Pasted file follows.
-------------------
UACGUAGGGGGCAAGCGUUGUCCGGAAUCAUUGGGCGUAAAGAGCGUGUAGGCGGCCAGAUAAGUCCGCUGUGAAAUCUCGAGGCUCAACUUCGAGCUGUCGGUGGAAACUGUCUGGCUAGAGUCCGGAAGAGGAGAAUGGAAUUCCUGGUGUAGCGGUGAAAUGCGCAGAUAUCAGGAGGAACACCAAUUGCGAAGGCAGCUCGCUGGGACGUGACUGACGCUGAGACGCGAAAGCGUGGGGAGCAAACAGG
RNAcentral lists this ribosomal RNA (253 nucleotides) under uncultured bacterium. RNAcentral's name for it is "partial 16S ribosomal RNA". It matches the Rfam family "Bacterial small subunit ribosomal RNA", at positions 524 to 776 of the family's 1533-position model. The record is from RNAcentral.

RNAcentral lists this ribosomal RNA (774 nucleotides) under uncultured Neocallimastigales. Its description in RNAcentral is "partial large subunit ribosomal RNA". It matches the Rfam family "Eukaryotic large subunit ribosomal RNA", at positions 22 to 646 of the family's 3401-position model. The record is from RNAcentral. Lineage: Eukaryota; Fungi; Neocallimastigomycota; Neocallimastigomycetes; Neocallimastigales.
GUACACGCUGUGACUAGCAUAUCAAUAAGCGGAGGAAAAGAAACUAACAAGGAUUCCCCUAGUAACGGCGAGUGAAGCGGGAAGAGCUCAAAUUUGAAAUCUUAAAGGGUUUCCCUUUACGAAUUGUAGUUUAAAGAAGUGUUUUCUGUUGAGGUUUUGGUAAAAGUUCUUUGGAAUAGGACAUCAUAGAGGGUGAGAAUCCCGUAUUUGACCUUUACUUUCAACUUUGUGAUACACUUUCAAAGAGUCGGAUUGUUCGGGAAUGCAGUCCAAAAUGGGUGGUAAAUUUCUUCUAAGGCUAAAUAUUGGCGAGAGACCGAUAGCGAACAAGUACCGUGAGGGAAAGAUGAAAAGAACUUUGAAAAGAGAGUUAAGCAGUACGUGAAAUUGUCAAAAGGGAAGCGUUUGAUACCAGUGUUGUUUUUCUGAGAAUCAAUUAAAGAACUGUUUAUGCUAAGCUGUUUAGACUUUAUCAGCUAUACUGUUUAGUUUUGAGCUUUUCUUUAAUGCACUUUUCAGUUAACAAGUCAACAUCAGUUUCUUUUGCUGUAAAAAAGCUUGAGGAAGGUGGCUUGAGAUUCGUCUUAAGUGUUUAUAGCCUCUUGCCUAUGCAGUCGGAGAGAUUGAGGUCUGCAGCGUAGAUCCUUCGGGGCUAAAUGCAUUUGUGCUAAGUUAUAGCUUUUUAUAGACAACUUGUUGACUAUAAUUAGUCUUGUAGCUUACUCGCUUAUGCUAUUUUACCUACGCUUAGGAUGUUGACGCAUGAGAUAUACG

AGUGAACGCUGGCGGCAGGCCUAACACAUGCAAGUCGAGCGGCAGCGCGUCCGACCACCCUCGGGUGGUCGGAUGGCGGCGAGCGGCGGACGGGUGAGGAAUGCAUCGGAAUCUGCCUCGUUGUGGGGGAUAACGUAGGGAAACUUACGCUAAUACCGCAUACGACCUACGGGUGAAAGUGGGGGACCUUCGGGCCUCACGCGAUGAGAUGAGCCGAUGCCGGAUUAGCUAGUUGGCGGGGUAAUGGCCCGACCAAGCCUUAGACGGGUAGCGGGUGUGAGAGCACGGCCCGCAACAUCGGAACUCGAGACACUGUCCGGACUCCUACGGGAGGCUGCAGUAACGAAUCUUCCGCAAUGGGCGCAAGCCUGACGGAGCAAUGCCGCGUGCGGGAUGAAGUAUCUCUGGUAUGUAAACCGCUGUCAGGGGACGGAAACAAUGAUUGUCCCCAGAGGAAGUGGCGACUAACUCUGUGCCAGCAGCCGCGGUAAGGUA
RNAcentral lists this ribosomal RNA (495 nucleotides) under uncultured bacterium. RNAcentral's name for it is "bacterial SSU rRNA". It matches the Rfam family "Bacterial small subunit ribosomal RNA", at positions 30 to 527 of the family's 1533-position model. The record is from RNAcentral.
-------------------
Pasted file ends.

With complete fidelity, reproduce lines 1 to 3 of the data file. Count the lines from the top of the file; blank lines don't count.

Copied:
UACGUAGGGGGCAAGCGUUGUCCGGAAUCAUUGGGCGUAAAGAGCGUGUAGGCGGCCAGAUAAGUCCGCUGUGAAAUCUCGAGGCUCAACUUCGAGCUGUCGGUGGAAACUGUCUGGCUAGAGUCCGGAAGAGGAGAAUGGAAUUCCUGGUGUAGCGGUGAAAUGCGCAGAUAUCAGGAGGAACACCAAUUGCGAAGGCAGCUCGCUGGGACGUGACUGACGCUGAGACGCGAAAGCGUGGGGAGCAAACAGG
RNAcentral lists this ribosomal RNA (253 nucleotides) under uncultured bacterium. RNAcentral's name for it is "partial 16S ribosomal RNA". It matches the Rfam family "Bacterial small subunit ribosomal RNA", at positions 524 to 776 of the family's 1533-position model. The record is from RNAcentral.

RNAcentral lists this ribosomal RNA (774 nucleotides) under uncultured Neocallimastigales. Its description in RNAcentral is "partial large subunit ribosomal RNA". It matches the Rfam family "Eukaryotic large subunit ribosomal RNA", at positions 22 to 646 of the family's 3401-position model. The record is from RNAcentral. Lineage: Eukaryota; Fungi; Neocallimastigomycota; Neocallimastigomycetes; Neocallimastigales.